Feb. 17, 2022
Academic, Indigenous and arts communities team up to decolonize understandings of literacy
A workshop series hosted by the Werklund School of Education and the Calgary Public Library is bringing artists, educators, knowledge keepers and researchers together to challenge narrow definitions of literacy.
Mobilizing Anti-racist, Arts-based, and Land-based Literacies: Working Together to Decolonize the English Language Arts invites participants to reframe their understanding of literacy beyond reading and writing by making space for, and valuing, the diverse ways people ‘read’ the world.
“The English language arts, in theory, are based on the idea that literacy is communicative practice; these practices are unique and grounded in our cultures, our bodies, where we live and what we believe in,” explains Werklund School postdoctoral associate Dr. Towani Duchscher, PhD’19.
“However, practices commonly seen in classrooms continue to teach literacy in a Eurocentric context. This marginalizes many students and precludes them from developing literacy skills connected to reading their own realities, embodied understandings, connections to the land and positions in relation to the dominant discourses.”
Duchscher, who is partnering with Werklund School Canada Research Chair Dr. Kim Lenters, PhD, to lead the event, considers respecting the multiple ways individuals have for connecting and communicating with the world an important step toward decolonization.
“Many of us have been taught that for different reasons we are outside of what is valued. The impact of this can teach racialized students to also devalue and discredit the ways that our ancestors not only survived but thrived on the land,” says Duchscher.
Every student deserves to be seen, valued, and cared for as a learner and as an important part of our interconnected society.
To ensure authentic knowledge exchange, Lenters and Duchscher invited a diverse lineup of speakers to address arts-based, land-based and anti-racist literacies.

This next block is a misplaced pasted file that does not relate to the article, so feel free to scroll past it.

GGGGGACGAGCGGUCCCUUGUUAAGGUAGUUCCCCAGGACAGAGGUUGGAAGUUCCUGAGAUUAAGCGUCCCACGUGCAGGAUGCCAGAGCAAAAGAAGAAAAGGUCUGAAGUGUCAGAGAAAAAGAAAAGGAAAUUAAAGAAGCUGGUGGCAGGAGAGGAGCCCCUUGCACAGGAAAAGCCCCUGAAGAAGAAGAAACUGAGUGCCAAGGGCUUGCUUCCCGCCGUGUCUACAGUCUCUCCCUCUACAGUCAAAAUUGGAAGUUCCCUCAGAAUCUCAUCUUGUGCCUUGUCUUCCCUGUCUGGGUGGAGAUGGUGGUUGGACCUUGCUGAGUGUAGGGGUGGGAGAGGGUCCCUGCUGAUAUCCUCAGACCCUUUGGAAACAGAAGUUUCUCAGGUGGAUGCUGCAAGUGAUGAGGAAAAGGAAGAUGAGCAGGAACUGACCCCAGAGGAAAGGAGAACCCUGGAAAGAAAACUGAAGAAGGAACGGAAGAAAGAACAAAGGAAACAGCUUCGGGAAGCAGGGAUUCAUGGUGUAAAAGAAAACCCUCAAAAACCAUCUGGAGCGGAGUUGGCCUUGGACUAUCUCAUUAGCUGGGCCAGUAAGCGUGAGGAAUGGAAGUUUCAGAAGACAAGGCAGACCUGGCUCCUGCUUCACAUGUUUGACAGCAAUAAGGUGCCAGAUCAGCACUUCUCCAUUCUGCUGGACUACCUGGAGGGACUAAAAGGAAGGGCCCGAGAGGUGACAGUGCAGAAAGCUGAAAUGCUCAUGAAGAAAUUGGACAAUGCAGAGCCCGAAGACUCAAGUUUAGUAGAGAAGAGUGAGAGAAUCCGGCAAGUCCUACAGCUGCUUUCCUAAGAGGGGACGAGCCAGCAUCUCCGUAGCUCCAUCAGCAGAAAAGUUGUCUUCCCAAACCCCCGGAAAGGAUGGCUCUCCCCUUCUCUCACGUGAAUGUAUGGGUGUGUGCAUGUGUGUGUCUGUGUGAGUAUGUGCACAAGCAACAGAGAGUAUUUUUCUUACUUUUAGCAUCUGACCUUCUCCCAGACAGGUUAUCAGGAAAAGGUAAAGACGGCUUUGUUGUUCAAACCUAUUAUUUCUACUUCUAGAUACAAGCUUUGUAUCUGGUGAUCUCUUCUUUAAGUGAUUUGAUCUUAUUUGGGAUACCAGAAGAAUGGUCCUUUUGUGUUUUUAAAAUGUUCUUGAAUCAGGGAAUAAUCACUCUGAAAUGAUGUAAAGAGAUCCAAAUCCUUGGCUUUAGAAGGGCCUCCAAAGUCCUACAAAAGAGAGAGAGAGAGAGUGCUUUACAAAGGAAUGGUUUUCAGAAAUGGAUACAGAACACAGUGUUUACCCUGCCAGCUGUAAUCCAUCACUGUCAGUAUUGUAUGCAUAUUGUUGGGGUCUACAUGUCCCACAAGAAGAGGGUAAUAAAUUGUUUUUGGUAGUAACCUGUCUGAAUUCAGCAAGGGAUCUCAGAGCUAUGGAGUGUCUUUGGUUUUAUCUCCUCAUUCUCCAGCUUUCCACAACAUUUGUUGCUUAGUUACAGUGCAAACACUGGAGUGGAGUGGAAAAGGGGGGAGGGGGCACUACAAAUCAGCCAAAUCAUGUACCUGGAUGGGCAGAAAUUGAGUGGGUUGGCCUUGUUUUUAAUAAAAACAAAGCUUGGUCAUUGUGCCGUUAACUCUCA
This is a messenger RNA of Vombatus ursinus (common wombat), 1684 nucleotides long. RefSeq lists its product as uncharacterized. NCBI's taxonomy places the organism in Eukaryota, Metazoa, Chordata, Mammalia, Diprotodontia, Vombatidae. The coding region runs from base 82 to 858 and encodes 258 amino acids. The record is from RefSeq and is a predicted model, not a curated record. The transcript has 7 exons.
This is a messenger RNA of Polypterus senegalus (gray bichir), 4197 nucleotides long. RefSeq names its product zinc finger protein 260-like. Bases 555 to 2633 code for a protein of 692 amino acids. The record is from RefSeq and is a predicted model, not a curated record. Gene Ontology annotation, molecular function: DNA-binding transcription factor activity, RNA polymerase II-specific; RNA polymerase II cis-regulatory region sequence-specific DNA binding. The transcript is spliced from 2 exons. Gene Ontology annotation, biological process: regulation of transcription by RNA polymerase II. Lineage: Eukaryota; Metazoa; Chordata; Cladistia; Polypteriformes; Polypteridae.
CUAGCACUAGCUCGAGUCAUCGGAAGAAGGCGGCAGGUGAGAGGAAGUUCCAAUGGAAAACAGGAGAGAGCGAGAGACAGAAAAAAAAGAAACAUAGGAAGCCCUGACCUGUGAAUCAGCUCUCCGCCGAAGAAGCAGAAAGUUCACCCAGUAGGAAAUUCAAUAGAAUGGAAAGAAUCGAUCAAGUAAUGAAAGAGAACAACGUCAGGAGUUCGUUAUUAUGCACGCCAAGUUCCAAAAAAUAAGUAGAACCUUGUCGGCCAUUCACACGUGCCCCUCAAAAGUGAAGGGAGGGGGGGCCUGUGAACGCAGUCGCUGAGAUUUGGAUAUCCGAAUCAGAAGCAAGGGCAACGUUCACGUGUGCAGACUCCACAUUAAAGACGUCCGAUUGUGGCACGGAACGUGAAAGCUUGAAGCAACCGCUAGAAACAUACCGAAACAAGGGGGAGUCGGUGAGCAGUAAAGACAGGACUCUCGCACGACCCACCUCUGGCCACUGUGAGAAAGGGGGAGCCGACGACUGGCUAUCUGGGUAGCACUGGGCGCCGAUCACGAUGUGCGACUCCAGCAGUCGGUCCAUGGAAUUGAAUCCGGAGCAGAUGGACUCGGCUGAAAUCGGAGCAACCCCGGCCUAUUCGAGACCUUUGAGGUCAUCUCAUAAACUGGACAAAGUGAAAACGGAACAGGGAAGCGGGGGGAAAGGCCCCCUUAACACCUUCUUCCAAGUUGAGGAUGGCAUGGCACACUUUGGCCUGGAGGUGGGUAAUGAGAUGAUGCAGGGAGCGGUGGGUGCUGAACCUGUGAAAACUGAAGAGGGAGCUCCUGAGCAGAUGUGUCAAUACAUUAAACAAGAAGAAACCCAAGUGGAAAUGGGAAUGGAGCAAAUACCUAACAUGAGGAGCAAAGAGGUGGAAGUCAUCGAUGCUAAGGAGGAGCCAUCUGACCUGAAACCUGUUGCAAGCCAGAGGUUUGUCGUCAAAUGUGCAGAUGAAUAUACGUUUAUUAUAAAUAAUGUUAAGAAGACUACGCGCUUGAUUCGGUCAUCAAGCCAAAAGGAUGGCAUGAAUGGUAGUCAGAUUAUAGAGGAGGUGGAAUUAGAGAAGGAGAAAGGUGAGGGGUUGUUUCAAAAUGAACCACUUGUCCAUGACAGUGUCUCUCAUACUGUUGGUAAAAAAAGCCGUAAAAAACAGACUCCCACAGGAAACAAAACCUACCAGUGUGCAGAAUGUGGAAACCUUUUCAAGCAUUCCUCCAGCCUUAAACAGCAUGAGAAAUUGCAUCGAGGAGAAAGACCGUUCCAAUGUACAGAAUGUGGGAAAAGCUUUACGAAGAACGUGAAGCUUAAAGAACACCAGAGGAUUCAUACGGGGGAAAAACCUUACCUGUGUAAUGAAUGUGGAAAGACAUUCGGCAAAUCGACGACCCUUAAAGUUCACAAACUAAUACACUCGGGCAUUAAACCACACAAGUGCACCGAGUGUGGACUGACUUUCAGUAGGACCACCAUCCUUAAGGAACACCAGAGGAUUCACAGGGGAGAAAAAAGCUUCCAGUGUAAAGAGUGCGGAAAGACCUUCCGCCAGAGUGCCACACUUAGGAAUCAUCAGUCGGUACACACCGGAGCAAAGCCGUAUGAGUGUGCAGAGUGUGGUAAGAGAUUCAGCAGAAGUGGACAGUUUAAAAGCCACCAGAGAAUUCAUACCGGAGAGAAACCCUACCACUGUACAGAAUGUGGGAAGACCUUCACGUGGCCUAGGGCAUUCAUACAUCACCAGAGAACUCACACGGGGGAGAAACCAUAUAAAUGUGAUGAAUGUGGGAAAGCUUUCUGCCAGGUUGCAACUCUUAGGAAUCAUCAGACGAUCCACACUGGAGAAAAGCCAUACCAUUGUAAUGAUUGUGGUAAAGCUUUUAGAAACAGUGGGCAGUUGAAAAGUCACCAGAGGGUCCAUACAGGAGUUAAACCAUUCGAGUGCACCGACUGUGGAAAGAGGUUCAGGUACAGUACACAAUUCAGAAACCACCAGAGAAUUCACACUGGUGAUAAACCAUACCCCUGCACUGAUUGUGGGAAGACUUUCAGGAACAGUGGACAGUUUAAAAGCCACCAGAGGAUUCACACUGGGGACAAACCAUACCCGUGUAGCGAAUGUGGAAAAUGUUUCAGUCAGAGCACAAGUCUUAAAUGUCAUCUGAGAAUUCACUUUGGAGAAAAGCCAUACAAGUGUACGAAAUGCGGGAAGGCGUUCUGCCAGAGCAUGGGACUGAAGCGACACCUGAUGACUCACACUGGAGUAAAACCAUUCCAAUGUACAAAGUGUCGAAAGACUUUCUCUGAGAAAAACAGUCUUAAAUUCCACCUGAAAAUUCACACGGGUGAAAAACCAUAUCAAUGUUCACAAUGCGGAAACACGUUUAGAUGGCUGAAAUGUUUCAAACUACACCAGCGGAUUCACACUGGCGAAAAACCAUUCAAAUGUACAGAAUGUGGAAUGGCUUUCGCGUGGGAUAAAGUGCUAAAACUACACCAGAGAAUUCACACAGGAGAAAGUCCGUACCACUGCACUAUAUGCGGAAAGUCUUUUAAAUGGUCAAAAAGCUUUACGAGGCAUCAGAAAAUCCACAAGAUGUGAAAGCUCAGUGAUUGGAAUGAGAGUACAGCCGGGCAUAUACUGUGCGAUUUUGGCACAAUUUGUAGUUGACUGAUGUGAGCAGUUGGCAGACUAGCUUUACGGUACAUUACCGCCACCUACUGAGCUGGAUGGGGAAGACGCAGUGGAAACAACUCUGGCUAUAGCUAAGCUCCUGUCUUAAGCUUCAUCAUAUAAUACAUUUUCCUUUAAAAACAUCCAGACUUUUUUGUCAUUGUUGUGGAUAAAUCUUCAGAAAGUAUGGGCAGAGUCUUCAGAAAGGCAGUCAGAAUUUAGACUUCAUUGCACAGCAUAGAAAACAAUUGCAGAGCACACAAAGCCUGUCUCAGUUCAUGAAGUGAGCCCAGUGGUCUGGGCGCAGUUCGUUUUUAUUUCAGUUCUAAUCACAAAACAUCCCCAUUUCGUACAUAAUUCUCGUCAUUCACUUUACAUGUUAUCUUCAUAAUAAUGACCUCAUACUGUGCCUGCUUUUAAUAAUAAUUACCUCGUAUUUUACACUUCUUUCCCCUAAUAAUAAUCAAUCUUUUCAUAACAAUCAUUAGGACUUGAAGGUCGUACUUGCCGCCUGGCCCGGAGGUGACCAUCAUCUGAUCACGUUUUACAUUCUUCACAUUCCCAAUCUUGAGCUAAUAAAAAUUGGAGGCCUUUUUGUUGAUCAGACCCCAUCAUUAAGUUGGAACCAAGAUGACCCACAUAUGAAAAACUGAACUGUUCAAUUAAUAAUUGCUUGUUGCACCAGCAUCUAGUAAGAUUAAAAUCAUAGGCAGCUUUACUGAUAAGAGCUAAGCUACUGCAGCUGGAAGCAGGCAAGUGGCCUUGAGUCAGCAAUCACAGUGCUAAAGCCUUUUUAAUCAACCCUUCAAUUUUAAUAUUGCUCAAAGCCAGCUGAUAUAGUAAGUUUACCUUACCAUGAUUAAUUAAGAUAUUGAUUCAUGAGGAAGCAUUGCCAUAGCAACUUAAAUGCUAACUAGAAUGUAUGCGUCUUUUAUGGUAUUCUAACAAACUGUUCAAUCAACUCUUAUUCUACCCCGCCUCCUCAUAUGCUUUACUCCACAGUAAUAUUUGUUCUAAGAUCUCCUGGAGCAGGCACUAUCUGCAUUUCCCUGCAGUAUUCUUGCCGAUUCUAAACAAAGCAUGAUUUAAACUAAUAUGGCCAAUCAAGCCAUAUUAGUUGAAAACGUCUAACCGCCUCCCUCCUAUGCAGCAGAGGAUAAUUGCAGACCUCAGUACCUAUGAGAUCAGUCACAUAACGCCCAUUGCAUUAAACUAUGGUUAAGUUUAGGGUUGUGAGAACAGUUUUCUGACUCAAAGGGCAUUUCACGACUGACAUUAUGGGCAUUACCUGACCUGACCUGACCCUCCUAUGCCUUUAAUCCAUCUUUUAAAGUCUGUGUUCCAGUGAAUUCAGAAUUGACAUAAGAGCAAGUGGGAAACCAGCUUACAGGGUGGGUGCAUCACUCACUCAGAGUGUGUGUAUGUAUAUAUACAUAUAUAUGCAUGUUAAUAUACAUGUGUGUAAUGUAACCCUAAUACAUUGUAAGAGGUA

“Our inclusion of academics, knowledge keepers and artists as expert informants is one way we are able to address imbalances in the teaching of ELA created through narrow ideological positioning,” says Lenters.
She adds that the spectrum of expertise the speakers bring gives voice to visual, oral and embodied literacies — literacies that are essential for supporting students of all backgrounds to express themselves in ways that exceed the written.
Arts-based and land-based connections
The next session — Mobilizing Arts-Based Literacies: Connecting through Hip Hop — takes place Feb. 19 and explores how educators can communicate the importance of Black history and ways of knowing through hip-hop art forms. Duchscher and Dr. Bianca Nightengale-Lee will present; local artists AJA Louden and Ajay Musodi will lead workshops on self-expression through graffiti art and hip-hop dance.
“When people with diverse realities, experiences, beliefs and education come together with a common understanding, it sparks change,” says Musodi. “Hip hop is a great source to demonstrate the benefits of diversity in expression. This is done through dance exercises designed to teach collaboration skills, while acknowledging a new way of communicating.”
Ahstanskiaki Sandra Manyfeathers and Lesley Tait will share the beauty of Blackfoot ways of knowing and the importance of connecting and learning from the land on March 12. This event will include a walking tour intended to inspire participants to build a relationship with Mohkinstsis (Calgary).
“Our hope is that those who attend will come away from each workshop with an awakening to the ways that ELA classrooms so easily operate to continue the legacy of colonization as well as practical ideas for chipping away at those legacies,” says Lenters.
All are welcome to these free sessions. Full details are available on the Werklund School of Education website.
About Black History Month
During Black History Month, people in Canada celebrate the many achievements and contributions of Black Canadians and their communities who, throughout history, have done so much to make Canada the culturally diverse, compassionate, and prosperous nation it is today.
The theme for 2022 is February and Forever: Celebrating Black History today and every day.